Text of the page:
“Have regular hours for work and play; make each day both useful and pleasant, and prove that you understand the worth of time by implying it well. Then youth will be delightful, old age will bring few regrets, and life will become a beautiful success.” Louisa May Alcott
I was raised on old fashioned domestic rhythms like a nursery rhyme: Mondays are for washing, Tuesdays for ironing, Wednesdays for sewing, Thursdays for market, Fridays for baking, Saturdays for cleaning, and Sundays for rest. (Although my grandmother’s idea of rest was preparing Sunday dinner, including biscuits, for the entire family.) My mother was so ordered that I’ll bet we deviated from those old-time rhythms by only minutes. “Let’s take care of today,” she would say. “We will take care of tomorrow on tomorrow.” This, said by a woman who made her own biscuits every single day.
I was well into my teen years before finding out that not everyone followed this kind of domestic cadence.
I married young, and quickly learned what little I really knew about the women of my life, and how they were able to do things, like finish laundry, while also teaching a classroom of fourth graders. It might seem like that would’ve fallen into place for me easily enough, but no one told me how tiring it would be to muster a rhythm all by myself. No one let me in on just how much mess one dinner could make, or how vexing a task like moving socks from the dryer to the drawer could actually be. I’m lucky to have witnessed the anecdote in action, but I’ve spent three decades trying to learn how to keep it.
The answer is Domestic Rhythm. Mondays are the wash days…
One might think there’s no freedom in this kind of routine living, no accessibility to spontaneity, or reprieve from the mundane. But I challenge that notion because I was brought up inside of counted measures like these, and their deep timbres showed me how the spaces between could become sanctuaries spilling over into the next day’s stanzas.
For example, Mama woke us up every morning by flipping the light switch on the wall, and hollering her own rendition of Isaiah 60:1—“Arise and shine, for thy light is ON!” None of us kids liked it very much, but we learned the verse, and somehow in there, routine found sanctity in the simple act of waking up.
This face-the-day readiness provided a secure foundation for artistic expression in our home, allowing us the freedom we needed to create, to make art, and to just BE. The resulting pulse was as natural as breathing in and out; an ordered rhythm for stabilizing the necessary things, so that the free times were truly free. Like a kite in the hand on a breezy Sunday afternoon, I felt as if we were the most free children in the world.
As I write this today, the whole planet has been forced to listen to a Pandemic symphony. With the advent of a single microbe, we’ve begun to pay less attention to the gods: athletes, movie stars, and social media mahatmas. Instead, we seem to need to watch ordinary people do regular things—like washing sheets, caring for pets, planning meals, and saying prayers. Perhaps now is the perfect opportunity to practice some foundational rhythms that the generations before us knew and respected.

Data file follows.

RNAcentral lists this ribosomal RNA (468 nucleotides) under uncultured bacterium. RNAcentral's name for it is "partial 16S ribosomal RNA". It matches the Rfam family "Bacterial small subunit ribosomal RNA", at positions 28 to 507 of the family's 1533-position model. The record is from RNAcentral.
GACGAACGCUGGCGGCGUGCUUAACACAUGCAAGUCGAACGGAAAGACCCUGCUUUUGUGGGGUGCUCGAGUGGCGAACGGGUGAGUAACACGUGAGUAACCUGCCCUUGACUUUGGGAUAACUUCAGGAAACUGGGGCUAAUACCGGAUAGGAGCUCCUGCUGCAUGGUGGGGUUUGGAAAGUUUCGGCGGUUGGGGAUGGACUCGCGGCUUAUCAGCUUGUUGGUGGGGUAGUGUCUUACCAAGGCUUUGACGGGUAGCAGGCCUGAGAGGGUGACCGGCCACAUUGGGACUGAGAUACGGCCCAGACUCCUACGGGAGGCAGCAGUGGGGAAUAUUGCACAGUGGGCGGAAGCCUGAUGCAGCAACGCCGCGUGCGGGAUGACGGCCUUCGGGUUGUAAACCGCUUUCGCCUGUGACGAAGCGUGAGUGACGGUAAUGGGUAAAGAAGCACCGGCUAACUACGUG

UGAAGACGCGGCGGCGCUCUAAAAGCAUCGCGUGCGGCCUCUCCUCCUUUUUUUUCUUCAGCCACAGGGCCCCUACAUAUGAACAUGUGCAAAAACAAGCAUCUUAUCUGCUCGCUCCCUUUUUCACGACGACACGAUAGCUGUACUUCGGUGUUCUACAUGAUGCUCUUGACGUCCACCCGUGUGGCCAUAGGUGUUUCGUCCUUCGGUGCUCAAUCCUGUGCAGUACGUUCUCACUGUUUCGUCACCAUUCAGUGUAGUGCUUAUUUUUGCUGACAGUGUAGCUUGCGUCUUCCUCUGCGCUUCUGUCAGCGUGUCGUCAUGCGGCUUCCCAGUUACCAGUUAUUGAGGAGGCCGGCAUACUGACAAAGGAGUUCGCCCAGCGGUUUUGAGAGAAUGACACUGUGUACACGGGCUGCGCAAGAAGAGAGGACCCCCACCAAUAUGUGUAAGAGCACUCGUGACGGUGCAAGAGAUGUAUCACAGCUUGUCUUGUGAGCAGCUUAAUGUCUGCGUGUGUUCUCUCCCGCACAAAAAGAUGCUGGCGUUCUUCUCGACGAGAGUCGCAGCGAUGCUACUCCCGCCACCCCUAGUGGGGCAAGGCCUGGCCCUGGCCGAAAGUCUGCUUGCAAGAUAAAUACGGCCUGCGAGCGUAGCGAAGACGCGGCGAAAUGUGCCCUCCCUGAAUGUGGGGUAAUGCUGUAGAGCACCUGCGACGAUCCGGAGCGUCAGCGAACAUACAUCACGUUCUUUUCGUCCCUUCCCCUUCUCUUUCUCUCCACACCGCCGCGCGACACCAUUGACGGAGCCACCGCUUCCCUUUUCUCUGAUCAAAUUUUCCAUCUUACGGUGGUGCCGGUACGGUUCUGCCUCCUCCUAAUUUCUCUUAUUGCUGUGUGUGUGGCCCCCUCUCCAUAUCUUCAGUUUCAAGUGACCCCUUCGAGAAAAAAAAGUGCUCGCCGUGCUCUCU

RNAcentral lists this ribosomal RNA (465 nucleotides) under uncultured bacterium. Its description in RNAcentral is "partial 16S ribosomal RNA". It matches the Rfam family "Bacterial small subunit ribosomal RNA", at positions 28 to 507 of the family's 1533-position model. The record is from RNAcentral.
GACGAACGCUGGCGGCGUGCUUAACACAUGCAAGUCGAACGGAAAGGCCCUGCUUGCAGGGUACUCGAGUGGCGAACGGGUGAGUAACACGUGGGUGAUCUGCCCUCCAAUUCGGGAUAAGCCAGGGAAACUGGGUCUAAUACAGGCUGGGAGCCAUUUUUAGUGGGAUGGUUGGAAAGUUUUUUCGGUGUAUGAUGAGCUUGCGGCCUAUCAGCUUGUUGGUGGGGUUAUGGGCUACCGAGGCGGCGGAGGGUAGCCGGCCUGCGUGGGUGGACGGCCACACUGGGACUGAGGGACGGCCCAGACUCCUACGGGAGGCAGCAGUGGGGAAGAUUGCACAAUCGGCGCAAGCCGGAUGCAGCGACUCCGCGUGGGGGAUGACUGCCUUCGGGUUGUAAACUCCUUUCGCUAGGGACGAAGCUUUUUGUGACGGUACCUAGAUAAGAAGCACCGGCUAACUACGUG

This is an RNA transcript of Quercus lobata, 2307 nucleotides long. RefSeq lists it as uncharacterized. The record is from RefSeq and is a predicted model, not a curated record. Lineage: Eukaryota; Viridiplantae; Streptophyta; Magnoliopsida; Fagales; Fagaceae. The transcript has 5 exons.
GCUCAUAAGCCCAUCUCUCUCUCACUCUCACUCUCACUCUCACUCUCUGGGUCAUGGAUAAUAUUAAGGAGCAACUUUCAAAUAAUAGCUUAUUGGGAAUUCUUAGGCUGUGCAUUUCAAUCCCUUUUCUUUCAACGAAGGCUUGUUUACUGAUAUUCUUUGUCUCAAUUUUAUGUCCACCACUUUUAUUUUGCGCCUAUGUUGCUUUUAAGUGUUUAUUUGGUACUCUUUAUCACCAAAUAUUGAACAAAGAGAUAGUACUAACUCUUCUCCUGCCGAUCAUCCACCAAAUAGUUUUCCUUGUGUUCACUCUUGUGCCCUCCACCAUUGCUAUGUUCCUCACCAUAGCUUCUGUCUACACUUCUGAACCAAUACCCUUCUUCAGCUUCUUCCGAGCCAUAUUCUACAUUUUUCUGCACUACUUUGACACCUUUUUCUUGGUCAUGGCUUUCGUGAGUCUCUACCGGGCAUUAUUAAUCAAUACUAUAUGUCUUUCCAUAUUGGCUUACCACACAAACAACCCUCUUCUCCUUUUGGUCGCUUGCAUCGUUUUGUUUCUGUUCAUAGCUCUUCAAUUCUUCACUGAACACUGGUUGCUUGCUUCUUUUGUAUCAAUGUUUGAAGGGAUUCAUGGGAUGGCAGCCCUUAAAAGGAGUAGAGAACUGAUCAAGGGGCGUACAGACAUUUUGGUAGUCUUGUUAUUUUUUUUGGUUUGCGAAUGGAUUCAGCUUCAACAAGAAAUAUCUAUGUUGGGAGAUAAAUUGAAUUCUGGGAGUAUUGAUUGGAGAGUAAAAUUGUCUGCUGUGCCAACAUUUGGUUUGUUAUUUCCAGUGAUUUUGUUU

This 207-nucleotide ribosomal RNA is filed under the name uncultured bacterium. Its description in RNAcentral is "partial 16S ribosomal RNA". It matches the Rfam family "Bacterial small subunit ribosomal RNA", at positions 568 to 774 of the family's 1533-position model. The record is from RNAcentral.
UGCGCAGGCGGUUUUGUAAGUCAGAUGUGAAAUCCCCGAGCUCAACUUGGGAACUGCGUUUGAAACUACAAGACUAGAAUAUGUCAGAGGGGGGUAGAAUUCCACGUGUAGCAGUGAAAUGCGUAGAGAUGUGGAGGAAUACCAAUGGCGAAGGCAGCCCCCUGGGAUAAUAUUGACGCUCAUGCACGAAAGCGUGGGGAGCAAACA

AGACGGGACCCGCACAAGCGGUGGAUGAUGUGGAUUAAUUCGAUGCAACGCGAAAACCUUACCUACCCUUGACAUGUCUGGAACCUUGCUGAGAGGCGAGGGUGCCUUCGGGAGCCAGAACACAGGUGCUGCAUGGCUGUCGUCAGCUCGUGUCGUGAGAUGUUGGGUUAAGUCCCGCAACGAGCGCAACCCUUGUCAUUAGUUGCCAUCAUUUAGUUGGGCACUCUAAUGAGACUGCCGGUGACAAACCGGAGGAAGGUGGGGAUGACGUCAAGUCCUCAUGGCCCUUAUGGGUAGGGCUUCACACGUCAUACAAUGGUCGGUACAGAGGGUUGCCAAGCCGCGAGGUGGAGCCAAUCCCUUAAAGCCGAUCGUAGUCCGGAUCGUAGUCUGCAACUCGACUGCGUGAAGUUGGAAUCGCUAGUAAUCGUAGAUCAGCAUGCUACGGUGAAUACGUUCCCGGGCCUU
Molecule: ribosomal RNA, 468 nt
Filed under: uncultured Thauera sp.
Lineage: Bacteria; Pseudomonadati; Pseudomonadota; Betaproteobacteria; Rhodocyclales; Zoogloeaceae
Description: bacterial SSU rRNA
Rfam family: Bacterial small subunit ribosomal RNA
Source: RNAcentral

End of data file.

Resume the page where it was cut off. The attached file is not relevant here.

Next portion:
Before baking them, Mama would finish her biscuits by dipping two fingers in buttermilk and tapping the top of each one. Pat-pat-pat, pat-pat-pat, went the rhythm, until every circle of dough was imprinted with two finger-shaped divots. “The perfect size for buttermilk,” she would say, and I believed her. Looking back now, I think there’s a certain kind of blessing in realizing I grew up on daily bread that carried my mother’s very fingerprint.
The women of my childhood didn’t dream up the domiciliary nursery rhyme, and they never really said how they felt about it, but I can tell you what I’ve learned in attempting to follow their echoes. These things are a unique invitation to participate in God’s grand creation pattern, using domestic rhythm as a sort of liturgy of Thanksgiving, for the privilege of being afforded Life. I can testify to the goodness of beating those drums. Or, maybe it’s the other way around; maybe those tools of goodness are beating me—pressing out hardened apathy and resistance to helpful order, helping me remember there are more important things to do than merely serve my own personal comfort and whims.
I’m not as faithful as my mother, and she says she is not as faithful as hers. Perhaps instead of faithfulness as the requirement, it’s beginning each morning by rising and shining in the new mercies already offered because the Light is ON. By this, faithfulness becomes the outcome. After all, how does one make biscuits for dinner every single day unless there is a rhythm for it? Something as unfettered as “Today is Monday; I’m going to change and wash the sheets,” may be enough to make room for the meaningful—which is exactly the way of all good and helpful things.
Like letting tomorrow take care of itself.